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  1. #14
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    Dec 2007
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    Okay so this is right up my alley and so far there has not been too much great information. Like pecmsg said if that freezer door can be on the inside of the cooler then that will help with humidity in the freezer and frost build up but that's not really a huge deal, especially if it's in a conditioned space. If it's not in a conditioned space make sure that the freezer door has a door switch on it to drop the solenoid out when that door is open. When these drawings get sent to a Walk-In engineer they will draw it with a combo wall between the cooler and freezer which is what you want.

    You can just drop the cooler on a normal slab. BUT, unlike what others have said....you NEED an insulated slab under the freezer. DO NOT put that on an un-insulated slab!! Do it once and do it right. It might take two months or it might take ten years but that floor will heave and you will be left with a huge headache and a pissed off customer. Please see page ten of attached https://www.everidge.com/wp-content/...-2017-1101.pdf . Pretty much three layers of R-28 insulation surrounded by vertical 2 x 8's. Those 2x8's need to line up underneath the freezer wall panels to seperate the warm from the cold. Let me know if you have any questions.

  2. #15
    Join Date
    Jan 2016
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    The triangle in the Keystone
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    As I understand it, it’s important to bring the temp in the freezer down gradually to prevent the concrete from cracking. I remember a thread a little while back where the tech took more than a month to get the box down to temp. Dropping the temp by ten degrees every few days.

  3. #16
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    Dec 2007
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    Quote Originally Posted by VanMan812 View Post
    As I understand it, it’s important to bring the temp in the freezer down gradually to prevent the concrete from cracking. I remember a thread a little while back where the tech took more than a month to get the box down to temp. Dropping the temp by ten degrees every few days.
    It is important to drop it down slowly but shouldn't take a month unless there is a crazy amount of humidity in the concrete. Typically we run them at 40 degrees for two days to pull the humidity out, then drop it to 10 for two days and then set at desired temp.

  4. #17
    Join Date
    Aug 2018
    Location
    Madison, WI
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    IIAR Standard 5 has Appendix G: (Informative) Temperature Reduction Procedure for Newly Constructed Cold Storage Areas for guidance on pull down. Its written for 100,000 sq ft facilities but concrete is concrete.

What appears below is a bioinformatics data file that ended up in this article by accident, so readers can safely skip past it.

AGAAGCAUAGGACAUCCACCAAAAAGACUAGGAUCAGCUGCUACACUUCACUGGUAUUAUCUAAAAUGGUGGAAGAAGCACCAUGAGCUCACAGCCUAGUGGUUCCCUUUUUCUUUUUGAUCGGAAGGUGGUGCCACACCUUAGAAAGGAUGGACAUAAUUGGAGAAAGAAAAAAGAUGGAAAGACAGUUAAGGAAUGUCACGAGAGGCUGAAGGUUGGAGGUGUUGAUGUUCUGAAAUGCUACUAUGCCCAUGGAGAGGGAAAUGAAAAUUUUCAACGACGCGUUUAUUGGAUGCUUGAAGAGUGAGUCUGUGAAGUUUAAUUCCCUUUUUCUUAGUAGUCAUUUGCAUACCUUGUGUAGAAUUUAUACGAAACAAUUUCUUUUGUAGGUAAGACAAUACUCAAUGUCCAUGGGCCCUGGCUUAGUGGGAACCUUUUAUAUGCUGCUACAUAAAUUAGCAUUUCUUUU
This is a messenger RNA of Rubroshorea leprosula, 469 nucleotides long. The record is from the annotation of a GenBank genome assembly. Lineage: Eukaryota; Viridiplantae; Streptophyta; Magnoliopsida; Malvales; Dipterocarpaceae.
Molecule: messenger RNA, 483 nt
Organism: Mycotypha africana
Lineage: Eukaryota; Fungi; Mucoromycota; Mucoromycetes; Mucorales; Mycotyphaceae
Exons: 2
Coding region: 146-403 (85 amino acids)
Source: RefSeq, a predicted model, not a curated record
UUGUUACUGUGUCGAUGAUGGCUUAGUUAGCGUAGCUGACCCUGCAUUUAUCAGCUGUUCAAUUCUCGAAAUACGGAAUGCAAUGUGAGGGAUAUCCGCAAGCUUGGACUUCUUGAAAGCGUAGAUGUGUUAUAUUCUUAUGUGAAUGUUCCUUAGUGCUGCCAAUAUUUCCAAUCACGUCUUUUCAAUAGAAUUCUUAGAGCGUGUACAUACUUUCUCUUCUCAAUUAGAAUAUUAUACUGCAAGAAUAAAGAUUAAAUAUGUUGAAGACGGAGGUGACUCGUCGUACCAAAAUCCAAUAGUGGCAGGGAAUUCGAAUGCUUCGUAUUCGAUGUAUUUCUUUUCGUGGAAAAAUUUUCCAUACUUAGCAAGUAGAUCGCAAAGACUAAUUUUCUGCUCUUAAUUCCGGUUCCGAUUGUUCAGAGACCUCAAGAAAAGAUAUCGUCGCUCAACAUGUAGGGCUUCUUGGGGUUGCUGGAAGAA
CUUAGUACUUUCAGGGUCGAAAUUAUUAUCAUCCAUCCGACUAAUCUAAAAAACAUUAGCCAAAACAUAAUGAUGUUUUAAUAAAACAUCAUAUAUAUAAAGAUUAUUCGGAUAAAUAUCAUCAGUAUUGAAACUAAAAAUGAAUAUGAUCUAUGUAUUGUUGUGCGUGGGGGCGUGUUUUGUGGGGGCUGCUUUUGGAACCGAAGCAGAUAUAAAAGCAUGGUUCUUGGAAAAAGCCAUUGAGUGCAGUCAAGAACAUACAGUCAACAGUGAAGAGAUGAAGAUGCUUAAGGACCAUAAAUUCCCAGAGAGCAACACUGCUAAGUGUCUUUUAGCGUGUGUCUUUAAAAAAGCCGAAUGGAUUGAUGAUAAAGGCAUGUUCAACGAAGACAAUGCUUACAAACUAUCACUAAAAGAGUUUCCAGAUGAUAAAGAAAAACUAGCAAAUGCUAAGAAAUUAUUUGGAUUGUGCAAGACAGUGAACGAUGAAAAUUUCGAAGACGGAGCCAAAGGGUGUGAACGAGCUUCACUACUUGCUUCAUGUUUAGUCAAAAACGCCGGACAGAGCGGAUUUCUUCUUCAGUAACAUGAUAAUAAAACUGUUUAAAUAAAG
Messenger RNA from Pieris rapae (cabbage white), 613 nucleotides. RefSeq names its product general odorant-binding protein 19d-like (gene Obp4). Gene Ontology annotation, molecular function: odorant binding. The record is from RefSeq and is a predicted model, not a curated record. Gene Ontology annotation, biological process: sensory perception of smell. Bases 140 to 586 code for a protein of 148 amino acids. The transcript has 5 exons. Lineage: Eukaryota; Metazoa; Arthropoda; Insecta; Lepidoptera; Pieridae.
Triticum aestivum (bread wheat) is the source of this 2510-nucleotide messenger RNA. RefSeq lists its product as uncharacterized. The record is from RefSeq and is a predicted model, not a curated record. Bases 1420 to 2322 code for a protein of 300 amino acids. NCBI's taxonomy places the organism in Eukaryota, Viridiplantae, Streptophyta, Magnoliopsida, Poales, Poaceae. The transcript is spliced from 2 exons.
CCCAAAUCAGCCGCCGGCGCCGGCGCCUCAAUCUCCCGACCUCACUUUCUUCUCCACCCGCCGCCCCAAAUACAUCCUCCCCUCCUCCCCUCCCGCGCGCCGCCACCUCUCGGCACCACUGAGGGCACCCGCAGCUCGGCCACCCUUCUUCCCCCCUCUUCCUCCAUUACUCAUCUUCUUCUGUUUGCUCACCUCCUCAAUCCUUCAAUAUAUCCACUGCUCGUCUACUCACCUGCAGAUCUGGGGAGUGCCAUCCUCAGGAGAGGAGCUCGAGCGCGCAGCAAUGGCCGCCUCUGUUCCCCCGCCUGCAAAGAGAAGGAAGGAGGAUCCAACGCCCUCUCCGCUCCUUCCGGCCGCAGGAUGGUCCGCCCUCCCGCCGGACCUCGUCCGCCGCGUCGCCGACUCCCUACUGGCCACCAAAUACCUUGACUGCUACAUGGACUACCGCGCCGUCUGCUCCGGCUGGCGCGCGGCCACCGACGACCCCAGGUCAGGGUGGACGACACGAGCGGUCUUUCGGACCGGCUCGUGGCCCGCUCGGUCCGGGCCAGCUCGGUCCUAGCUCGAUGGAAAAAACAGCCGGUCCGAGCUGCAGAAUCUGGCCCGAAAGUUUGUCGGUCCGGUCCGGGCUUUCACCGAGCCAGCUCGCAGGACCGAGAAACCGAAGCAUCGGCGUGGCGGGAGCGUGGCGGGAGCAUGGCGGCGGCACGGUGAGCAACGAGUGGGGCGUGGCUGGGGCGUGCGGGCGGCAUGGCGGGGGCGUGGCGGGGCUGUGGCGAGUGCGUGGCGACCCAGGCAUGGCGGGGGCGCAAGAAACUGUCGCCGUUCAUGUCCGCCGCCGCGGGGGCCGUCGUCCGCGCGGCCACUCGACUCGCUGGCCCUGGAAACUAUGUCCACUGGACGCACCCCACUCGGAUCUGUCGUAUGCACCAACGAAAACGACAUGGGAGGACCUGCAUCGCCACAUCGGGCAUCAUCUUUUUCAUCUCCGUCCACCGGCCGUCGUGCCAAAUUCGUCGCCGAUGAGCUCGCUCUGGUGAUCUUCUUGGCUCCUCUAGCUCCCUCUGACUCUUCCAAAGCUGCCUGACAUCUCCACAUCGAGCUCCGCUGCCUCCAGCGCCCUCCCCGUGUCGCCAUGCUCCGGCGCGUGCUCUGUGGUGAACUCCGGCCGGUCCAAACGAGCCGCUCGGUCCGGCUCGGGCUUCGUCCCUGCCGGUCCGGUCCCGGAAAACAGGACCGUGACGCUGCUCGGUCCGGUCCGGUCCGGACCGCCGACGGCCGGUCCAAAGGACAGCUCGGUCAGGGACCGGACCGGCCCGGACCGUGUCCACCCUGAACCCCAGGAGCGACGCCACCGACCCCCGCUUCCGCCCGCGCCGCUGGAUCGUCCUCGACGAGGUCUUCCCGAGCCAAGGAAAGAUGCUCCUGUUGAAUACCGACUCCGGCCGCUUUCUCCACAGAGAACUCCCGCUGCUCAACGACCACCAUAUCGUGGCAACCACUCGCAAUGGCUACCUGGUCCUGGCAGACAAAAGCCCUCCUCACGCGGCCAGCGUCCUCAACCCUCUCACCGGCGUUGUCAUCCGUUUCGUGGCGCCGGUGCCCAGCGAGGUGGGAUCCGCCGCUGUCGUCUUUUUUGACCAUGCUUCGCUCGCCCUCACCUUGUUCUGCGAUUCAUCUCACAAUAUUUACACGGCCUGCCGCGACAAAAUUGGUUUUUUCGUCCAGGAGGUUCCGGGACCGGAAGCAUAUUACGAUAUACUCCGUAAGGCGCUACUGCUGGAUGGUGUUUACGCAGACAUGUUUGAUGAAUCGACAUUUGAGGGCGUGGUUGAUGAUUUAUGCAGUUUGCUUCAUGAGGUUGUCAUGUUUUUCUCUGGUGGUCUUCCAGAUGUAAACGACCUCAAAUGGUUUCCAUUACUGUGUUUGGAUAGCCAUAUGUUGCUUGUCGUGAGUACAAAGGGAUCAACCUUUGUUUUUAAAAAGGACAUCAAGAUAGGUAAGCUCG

The summary is take it down 10F ever 24 hours until you hit 35F. Hold at 35F until the evaps are frost free for at least 24 hours and then continue dropping.

    I use this even on old facilities that sat at ambient temps for several months.

  5. #18
    Join Date
    Aug 2002
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    Southold, NY
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    Quote Originally Posted by DehuDan View Post
    IIAR Standard 5 has Appendix G: (Informative) Temperature Reduction Procedure for Newly Constructed Cold Storage Areas for guidance on pull down. Its written for 100,000 sq ft facilities but concrete is concrete.

    The summary is take it down 10F ever 24 hours until you hit 35F. Hold at 35F until the evaps are frost free for at least 24 hours and then continue dropping.

    I use this even on old facilities that sat at ambient temps for several months.
    That’s fine but how do I take a System that’s designed for -20* evap temp and make it operate at
    50
    40
    30
    For 3 days.
    It gets set at 30* for 24 hrs at best!

  6. #19
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    Dec 2018
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    Last edited by Special-K; 12-11-2018 at 10:28 AM.

  7. #20
    Join Date
    Aug 2018
    Location
    Madison, WI
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    Quote Originally Posted by pecmsg View Post
    That’s fine but how do I take a System that’s designed for -20* evap temp and make it operate at
    50
    40
    30
    For 3 days.
    It gets set at 30* for 24 hrs at best!
    I don't disagree. Its not always easy. The standard was written for much larger warehouses with robust controls that typically has a trained tech on duty.

    I do use this method as a start up for seasonal ice arenas, though. There its just controlling glycol/calcium brine temp. Even arenas that are decades old tend to absorb a lot of moisture over the summer. Following this gets a lot of that moisture out and help prevents ceiling condensation during ice making.

  8. #21
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    Aug 2002
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    Southold, NY
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    Quote Originally Posted by DehuDan View Post
    I don't disagree. Its not always easy. The standard was written for much larger warehouses with robust controls that typically has a trained tech on duty.

    I do use this method as a start up for seasonal ice arenas, though. There its just controlling glycol/calcium brine temp. Even arenas that are decades old tend to absorb a lot of moisture over the summer. Following this gets a lot of that moisture out and help prevents ceiling condensation during ice making.
    With glycol that possible!

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